Alon Samia 88 248.
(photo credit: Courtesy)
Companies take great pains to make sure that only the "right" people have access to the documents on their computers and servers. Security systems abound, with alarms, alerts and algorithms galore that check the credentials of anyone who accesses anything in-house. And, of course, you don't want unauthorized folks snooping about in the employee-compensation files, the trade-secrets and patents folder, or the super-secret list of company clients and how much they're paying to buy the stuff your organization sells.
Think of document access as something like being accepted into a country club. You wouldn't want to go swimming with the "wrong people," would you? But even if you aren't a snob, you certainly don't want total strangers peeping at the details of your company's business - or of how much money you make!
In-house, it's next to impossible for the wrong people to get access to that kind of information. But "out (of) house," it's a different story.
Somehow, pesky sensitive documents are always making their way into the hands of strangers. How? Well, maybe someone inside the organization mailed himself or herself a document s/he wanted to work on at home and typed in the wrong address, for example. Or maybe an employee sent what s/he thought was a cute family photo, but was really a diagram for the company's iPhone killer. Or, maybe the right document was sent to the right address and person, but the security on the other side has so many holes you can't be sure who has access to your sensitive information.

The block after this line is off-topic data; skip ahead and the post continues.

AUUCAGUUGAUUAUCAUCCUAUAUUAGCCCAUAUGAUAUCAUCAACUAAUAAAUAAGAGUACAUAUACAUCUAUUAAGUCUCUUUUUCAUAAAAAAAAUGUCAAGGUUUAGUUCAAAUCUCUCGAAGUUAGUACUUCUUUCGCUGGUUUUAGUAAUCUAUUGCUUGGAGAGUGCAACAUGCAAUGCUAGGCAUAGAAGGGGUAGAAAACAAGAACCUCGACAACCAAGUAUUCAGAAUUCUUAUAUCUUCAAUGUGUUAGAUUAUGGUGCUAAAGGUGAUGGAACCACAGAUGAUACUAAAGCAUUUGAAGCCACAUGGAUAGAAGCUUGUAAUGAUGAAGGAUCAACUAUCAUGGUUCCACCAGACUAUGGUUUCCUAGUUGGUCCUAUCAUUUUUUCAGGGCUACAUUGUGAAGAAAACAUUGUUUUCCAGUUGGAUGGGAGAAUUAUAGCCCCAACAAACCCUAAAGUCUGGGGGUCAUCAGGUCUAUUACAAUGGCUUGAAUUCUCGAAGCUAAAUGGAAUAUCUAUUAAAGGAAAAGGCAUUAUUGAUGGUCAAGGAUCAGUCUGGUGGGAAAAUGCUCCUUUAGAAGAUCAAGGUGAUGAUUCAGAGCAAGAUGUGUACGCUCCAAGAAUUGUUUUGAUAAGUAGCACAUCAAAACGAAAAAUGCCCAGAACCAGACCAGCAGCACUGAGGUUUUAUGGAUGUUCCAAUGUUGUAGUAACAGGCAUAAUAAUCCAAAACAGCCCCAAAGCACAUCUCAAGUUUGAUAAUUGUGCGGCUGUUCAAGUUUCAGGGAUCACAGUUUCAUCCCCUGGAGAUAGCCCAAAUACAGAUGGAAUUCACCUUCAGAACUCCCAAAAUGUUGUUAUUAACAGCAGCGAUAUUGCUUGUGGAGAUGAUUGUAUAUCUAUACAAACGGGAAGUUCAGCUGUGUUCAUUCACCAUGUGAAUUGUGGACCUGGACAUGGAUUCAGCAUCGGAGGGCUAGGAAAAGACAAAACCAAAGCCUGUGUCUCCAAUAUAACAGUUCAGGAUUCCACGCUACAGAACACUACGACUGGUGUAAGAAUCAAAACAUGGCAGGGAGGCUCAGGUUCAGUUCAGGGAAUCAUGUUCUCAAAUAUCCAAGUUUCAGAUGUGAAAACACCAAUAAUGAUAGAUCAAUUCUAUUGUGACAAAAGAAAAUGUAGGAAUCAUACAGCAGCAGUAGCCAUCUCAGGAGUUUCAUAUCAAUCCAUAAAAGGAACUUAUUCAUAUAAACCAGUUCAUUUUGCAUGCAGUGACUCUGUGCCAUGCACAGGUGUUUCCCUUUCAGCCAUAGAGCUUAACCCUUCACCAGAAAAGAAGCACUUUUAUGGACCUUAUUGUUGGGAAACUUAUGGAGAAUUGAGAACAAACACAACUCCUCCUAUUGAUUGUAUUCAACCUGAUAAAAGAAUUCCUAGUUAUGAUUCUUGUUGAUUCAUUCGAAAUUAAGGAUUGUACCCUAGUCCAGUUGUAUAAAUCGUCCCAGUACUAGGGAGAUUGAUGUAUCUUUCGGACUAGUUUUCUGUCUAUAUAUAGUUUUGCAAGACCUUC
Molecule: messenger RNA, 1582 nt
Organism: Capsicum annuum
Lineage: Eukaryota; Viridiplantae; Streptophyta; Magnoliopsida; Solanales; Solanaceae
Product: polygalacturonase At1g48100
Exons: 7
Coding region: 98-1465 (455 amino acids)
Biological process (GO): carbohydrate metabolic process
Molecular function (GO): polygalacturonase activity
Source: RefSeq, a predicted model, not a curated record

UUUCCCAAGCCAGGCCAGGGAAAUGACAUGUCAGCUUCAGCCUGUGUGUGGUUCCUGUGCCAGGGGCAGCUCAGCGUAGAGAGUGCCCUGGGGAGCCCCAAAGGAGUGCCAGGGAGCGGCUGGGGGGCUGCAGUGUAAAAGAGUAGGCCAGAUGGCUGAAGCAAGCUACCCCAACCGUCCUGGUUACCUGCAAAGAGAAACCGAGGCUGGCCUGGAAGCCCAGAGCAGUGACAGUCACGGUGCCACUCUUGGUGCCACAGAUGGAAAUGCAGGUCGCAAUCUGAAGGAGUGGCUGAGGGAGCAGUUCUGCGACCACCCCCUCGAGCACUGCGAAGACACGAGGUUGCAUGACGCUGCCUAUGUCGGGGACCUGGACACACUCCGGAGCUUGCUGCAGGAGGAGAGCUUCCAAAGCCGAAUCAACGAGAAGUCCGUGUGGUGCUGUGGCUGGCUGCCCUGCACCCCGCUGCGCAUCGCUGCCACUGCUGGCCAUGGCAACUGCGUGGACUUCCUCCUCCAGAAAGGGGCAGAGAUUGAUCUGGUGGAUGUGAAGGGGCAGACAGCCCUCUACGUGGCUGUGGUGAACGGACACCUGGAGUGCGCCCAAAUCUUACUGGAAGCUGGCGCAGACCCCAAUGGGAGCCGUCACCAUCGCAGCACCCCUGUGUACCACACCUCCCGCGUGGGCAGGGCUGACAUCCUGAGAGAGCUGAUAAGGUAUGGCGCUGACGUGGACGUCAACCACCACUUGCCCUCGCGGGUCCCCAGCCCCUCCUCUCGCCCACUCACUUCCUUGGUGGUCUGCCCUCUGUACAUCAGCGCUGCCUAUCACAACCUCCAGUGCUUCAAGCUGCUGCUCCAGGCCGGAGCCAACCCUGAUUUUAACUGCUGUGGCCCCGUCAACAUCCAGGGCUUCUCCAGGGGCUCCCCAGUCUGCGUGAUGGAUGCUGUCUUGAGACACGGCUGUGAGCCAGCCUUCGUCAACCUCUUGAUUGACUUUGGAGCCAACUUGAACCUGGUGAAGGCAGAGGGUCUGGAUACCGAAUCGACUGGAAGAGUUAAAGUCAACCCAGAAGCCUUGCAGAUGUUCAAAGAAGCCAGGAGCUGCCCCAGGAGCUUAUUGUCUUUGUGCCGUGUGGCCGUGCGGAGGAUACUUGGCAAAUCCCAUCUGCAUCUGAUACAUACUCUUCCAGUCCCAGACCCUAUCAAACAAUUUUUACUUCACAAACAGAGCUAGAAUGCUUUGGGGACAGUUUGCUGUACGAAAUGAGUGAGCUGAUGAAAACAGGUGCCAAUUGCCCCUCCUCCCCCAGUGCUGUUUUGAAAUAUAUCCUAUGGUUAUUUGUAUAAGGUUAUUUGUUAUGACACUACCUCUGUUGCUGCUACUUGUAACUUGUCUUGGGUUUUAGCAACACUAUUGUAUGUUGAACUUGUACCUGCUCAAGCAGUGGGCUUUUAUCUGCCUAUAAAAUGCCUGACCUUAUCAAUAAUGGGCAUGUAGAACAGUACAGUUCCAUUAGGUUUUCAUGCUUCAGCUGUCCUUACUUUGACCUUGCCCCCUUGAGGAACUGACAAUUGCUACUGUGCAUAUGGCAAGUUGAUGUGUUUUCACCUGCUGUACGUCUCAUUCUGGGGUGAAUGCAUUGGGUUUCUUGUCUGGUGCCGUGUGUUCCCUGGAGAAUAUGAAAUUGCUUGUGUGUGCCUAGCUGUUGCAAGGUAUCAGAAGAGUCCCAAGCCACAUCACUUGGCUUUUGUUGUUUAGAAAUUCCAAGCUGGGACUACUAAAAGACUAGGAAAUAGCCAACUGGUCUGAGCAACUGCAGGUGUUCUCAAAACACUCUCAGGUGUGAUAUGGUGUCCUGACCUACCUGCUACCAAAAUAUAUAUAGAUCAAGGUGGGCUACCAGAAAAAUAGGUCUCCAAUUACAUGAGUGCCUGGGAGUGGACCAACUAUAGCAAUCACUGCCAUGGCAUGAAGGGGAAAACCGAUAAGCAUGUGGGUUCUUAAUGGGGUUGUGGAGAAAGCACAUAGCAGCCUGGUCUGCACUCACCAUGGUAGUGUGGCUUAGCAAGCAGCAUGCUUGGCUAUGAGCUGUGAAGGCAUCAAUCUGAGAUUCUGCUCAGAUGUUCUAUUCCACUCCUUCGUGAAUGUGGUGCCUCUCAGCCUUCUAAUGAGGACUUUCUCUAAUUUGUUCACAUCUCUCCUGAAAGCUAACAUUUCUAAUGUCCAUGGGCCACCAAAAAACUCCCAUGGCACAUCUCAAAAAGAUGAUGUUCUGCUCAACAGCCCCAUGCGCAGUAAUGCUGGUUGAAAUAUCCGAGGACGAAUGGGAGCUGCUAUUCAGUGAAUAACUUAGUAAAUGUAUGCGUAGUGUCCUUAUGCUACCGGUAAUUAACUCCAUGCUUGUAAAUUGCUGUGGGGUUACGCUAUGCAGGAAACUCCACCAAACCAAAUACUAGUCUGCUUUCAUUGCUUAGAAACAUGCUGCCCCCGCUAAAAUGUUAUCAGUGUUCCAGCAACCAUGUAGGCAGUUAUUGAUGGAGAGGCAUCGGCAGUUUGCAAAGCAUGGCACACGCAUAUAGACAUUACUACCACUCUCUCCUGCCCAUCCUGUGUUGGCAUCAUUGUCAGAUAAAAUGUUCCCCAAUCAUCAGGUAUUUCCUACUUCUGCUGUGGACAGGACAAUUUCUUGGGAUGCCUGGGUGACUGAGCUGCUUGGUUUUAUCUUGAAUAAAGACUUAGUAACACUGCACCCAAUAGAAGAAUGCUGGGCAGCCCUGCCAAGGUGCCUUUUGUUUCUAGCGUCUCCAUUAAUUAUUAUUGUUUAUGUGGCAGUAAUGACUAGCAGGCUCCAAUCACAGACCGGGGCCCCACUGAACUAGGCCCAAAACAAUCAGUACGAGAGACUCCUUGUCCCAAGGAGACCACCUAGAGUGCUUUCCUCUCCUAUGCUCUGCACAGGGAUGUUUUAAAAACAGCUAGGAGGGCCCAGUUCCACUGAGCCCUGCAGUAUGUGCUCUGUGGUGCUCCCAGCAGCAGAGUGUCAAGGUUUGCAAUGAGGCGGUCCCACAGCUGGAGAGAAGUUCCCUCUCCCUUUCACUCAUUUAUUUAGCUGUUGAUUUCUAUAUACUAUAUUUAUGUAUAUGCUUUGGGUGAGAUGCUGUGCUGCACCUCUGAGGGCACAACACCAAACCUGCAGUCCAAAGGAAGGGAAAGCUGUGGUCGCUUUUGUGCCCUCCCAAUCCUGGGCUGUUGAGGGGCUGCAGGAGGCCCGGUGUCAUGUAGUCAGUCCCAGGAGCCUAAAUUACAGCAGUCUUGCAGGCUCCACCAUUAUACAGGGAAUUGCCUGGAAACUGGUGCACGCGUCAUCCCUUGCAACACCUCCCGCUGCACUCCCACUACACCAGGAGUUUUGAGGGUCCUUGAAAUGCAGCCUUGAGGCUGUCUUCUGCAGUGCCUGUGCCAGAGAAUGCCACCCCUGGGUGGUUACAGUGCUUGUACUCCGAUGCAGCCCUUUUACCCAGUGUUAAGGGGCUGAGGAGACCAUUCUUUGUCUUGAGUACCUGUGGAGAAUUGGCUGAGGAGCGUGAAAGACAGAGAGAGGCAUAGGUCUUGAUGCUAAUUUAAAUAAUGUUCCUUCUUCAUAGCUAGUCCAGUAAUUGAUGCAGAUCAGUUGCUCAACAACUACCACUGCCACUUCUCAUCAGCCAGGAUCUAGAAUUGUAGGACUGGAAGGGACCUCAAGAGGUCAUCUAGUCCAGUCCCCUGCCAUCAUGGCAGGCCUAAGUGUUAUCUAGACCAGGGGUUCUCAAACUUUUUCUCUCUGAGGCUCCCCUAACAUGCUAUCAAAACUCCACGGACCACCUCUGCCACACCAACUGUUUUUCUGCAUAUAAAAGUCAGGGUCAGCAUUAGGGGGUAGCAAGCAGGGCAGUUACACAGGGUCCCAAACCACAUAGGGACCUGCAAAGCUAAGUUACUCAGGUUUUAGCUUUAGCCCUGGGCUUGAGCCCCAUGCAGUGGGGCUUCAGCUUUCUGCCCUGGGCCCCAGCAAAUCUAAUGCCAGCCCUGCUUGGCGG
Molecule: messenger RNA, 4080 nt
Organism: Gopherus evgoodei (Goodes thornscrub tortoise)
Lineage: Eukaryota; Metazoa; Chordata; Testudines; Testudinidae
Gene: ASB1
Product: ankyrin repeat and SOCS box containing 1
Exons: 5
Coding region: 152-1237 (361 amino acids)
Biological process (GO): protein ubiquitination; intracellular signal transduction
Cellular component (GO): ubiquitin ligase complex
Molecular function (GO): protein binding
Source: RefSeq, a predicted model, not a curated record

Enter Alon Samia of Israeli startup Covertix, which can do for "out" documents what network security systems do for in-house ones. When a Covertix "self-protected file" gets distributed, you know who read it and where, and what they did with it. Thus, you get to keep an eye on your intellectual property even when it's in someone else's hands.
"It's like a GPS for documents," says Samia. "Just like there are rules for network access, there are now rules for accessing documents, so you know that your information is being viewed by the right person, in the right place, at the right time."
A primitive version of this kind of tracking is, of course, the e-mail return receipt, which we're all familiar with. But Covertix goes far beyond that. In order to read a Covertix-protected document, recipients (who work on systems that are not Covertix subscribers) install a plug-in, which implements the rules required to access the file. (Without the plug-in, the recipient has either limited or no access to the file; the Covertix system can assign different rights to recipients, just like a computer security system would.) Samia likens it to receiving a PDF and having to install a PDF reader. Despite the extensive authentication process, the security handshake process is invisible to users; as far as document recipients are concerned, they're looking at a plain 'ol file.